Most high school boys don’t get sent to detention for their computer coding skills. At least, that’s not the crowd I picture filling the principal’s office on a given afternoon.
Breakfast Club-esque images of nonchalant, yet slightly edgy, teens bonding over punishment for minor misdemeanors come to mind first, not tech-savvy, budding entrepreneurs. But, in Bill Gates’s case, exploiting a school computer’s programming glitch to get more computer time temporarily banned him from access to his high school’s computers.
Undeterred, Gates and his friends offered to their skills to the company supplying the school’s computers once their access to the computers was reinstated. Instead of exploiting glitches, this time the boys debugged the program, and strengthened the existing product. At the same time, they applied their skills to creating a payroll program for the computer company and a scheduling program for the school.
Gates’s early passion for computers and programming found a productive outlet that grew from a young boy’s antics into a multi-billion dollar enterprise. According to Forbes, Gates and his wife Melinda are currently worth about $72 billion, having hovered near the top of Forbes’ annual list of the top 400 wealthiest people since Gates’s debut as a billionaire in 1987.
This productive creativity and fabulous wealth has led, in turn, to enormous philanthropy. As of December 2013, the Bill and Melinda Gates Foundation had given away $28 billion.
It’s an illustration of how profit can make philanthropy possible, and if we’re serious about helping others, we’ll take note.
The Potential of Profit
Profit is simply a measurement. It is feedback sent to producers in response to a service or product.
From it, we can gauge whether or not to continue production of that service or item. Some fear that because profit is a result of self-interested action, it may be an inappropriate expression of greed. But, as Rev. Robert Sirico explains in a recent post,
Earning a profit is an indication that things are going as planned in meeting the needs of clients, and conversely, that when a profit is not attained, something is going wrong.
Gates was not shy in his pursuit of his passion for computers and innovation. Rather, he recognized that his skills were a valuable solution to a shortcoming, and he set about to meet that need.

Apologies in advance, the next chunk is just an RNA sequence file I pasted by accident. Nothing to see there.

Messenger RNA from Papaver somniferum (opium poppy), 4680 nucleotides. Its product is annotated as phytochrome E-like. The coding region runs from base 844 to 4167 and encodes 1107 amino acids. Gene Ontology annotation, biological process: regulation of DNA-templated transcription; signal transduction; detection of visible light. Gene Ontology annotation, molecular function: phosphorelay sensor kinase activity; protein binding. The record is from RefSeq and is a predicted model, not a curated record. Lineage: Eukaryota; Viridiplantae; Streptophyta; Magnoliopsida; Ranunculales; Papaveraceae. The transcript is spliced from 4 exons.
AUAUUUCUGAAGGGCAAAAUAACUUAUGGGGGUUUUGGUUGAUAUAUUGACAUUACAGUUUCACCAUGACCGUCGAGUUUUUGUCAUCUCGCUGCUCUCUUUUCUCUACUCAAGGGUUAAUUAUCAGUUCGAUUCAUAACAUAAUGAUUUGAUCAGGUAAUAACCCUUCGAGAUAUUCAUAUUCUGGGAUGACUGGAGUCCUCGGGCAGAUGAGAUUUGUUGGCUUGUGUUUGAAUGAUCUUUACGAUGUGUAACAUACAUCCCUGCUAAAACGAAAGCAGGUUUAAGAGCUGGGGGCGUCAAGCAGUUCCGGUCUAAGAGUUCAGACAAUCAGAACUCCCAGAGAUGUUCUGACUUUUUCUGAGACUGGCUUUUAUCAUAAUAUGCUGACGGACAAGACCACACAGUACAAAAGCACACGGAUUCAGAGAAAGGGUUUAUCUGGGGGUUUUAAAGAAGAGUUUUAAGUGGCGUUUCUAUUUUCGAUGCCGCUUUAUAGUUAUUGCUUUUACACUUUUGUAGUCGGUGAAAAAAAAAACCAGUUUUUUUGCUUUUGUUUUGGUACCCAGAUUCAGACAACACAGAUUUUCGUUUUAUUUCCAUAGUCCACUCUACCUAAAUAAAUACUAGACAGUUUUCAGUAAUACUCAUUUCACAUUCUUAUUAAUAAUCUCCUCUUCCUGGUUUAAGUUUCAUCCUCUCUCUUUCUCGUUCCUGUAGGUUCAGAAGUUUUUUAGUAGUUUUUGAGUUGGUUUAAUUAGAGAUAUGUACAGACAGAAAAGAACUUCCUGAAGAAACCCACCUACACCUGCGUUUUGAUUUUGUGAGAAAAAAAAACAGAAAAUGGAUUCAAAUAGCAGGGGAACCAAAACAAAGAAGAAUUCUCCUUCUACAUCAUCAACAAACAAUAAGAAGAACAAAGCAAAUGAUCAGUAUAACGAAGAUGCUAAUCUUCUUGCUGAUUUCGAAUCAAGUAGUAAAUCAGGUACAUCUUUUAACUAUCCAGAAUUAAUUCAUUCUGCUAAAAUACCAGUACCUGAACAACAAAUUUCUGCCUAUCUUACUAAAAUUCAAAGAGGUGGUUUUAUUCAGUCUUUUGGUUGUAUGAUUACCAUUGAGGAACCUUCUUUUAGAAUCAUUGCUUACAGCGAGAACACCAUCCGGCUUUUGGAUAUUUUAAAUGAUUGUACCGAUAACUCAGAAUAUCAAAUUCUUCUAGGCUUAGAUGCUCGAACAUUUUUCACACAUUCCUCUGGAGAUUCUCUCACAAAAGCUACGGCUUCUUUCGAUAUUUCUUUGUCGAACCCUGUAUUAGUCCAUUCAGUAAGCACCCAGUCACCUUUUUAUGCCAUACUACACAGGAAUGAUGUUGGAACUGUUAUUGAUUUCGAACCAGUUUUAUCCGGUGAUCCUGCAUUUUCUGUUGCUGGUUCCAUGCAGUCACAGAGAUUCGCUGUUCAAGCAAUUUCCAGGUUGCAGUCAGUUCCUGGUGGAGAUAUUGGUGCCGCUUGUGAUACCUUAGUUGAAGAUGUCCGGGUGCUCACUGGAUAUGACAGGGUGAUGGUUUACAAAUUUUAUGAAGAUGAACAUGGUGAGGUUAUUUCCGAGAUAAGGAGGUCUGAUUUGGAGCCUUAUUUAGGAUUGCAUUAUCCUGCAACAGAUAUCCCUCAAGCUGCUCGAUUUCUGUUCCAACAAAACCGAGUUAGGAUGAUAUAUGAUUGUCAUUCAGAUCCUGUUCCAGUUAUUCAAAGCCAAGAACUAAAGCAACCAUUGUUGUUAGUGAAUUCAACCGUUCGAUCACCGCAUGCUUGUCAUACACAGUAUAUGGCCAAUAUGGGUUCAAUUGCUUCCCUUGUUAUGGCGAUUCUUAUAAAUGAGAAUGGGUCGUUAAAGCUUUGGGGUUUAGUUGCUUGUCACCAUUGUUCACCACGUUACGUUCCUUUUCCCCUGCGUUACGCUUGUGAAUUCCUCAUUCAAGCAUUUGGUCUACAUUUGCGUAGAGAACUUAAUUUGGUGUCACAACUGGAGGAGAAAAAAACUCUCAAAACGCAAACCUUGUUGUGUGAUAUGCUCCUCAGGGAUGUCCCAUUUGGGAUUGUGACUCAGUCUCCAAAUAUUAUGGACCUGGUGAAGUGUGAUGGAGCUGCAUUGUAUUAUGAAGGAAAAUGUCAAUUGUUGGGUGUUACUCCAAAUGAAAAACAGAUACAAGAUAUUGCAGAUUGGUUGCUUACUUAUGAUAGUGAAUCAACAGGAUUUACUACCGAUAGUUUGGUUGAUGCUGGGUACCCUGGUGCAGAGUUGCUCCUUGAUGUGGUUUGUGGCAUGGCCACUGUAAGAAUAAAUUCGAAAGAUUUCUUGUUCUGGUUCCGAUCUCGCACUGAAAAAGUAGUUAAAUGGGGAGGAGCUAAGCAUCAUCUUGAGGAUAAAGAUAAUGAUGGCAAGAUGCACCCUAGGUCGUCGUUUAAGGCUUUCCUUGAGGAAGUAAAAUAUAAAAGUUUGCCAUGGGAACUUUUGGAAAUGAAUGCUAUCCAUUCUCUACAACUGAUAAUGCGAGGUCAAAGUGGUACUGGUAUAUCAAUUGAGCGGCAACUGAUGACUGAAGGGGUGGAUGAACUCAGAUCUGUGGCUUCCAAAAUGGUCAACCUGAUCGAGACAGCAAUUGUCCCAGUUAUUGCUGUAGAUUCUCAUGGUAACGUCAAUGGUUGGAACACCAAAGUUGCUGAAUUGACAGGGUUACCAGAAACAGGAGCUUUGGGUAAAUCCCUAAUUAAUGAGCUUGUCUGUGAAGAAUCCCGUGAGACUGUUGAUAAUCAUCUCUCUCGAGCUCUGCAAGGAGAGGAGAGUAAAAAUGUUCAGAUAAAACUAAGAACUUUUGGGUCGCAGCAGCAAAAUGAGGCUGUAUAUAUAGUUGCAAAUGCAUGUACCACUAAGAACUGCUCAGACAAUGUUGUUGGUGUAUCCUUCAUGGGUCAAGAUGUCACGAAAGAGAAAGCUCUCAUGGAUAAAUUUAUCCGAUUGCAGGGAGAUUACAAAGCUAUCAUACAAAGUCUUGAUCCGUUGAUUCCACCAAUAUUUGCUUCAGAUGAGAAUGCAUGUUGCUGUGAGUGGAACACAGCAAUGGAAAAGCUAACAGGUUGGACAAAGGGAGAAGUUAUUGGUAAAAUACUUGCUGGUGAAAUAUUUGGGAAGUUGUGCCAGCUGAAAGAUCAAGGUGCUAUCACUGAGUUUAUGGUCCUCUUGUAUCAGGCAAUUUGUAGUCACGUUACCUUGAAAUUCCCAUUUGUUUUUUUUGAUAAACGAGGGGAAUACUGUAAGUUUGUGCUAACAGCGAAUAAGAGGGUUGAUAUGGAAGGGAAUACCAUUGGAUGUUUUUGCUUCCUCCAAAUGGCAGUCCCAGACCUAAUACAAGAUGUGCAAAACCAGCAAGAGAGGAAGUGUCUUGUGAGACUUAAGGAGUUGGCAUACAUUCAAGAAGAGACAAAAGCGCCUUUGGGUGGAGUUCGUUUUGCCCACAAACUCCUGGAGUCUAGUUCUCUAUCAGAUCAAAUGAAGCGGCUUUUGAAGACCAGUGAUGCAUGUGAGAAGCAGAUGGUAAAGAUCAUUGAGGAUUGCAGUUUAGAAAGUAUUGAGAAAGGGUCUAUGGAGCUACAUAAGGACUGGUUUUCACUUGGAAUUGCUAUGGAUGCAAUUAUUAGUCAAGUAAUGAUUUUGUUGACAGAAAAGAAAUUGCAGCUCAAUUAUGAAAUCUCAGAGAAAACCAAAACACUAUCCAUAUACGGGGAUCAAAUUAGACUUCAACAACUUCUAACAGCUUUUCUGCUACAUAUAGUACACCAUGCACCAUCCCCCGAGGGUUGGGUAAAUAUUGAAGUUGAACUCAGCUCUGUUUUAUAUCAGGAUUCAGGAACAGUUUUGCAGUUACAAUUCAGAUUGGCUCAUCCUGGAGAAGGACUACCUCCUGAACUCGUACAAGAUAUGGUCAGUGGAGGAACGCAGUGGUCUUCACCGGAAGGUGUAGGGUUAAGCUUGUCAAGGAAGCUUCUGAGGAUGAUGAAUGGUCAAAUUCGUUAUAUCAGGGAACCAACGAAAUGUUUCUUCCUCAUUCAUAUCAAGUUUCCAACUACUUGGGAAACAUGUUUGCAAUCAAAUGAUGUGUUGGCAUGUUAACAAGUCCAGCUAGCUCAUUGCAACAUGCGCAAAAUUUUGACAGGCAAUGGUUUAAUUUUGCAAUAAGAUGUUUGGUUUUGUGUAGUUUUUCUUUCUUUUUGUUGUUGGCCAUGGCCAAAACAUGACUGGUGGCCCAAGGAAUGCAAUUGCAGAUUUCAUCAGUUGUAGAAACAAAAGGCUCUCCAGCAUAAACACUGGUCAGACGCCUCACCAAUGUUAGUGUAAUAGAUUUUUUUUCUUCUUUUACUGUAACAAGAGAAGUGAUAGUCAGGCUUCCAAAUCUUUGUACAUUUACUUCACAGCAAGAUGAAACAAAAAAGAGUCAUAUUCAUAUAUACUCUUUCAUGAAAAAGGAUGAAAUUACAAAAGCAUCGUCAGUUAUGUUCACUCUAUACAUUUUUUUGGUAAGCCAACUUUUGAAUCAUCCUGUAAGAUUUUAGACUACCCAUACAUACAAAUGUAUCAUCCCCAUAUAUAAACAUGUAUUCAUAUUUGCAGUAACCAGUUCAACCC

For many Christians, earning a profit may not seem to be a remarkable end in and of itself. However, pursuing profit is essential if we are to serve others through our talents and the activity of trade.
We create wealth as we invest our resources in productive ways to create products valued by consumers in the market. From that profit-seeking activity we can then invest in others philanthropically.
To help others requires extra resources that we can give away. This can only happen when we successfully acquire profit. Not only can we meet needs through mutually beneficial market transactions, but we are then better equipped to help those who cannot engage in profitable exchange. Charitable gifts and investments are very effective, but to give much, we must earn much.
A World without the Cultural Mandate
In a world where we are not all Christians, we can’t assume that everyone will feel the same call to care for the poor that Christians understand. A Christian’s motivation stems from the commands and examples we receive in the Bible.
Yet for those who do not perceive these calls, they can still serve others through the market process in which the pursuit of profit is a way to bring prosperity to others. It’s a powerful illustration of common grace.
By earning profit, we can, as Christians, more effectively engage our world. In the pursuit of profit we all become better aware of the most effective ways we can serve each other with our unique God-given talents and creativity. Through profit we are enabled and empowered to use our excess resources to engage our world philanthropically.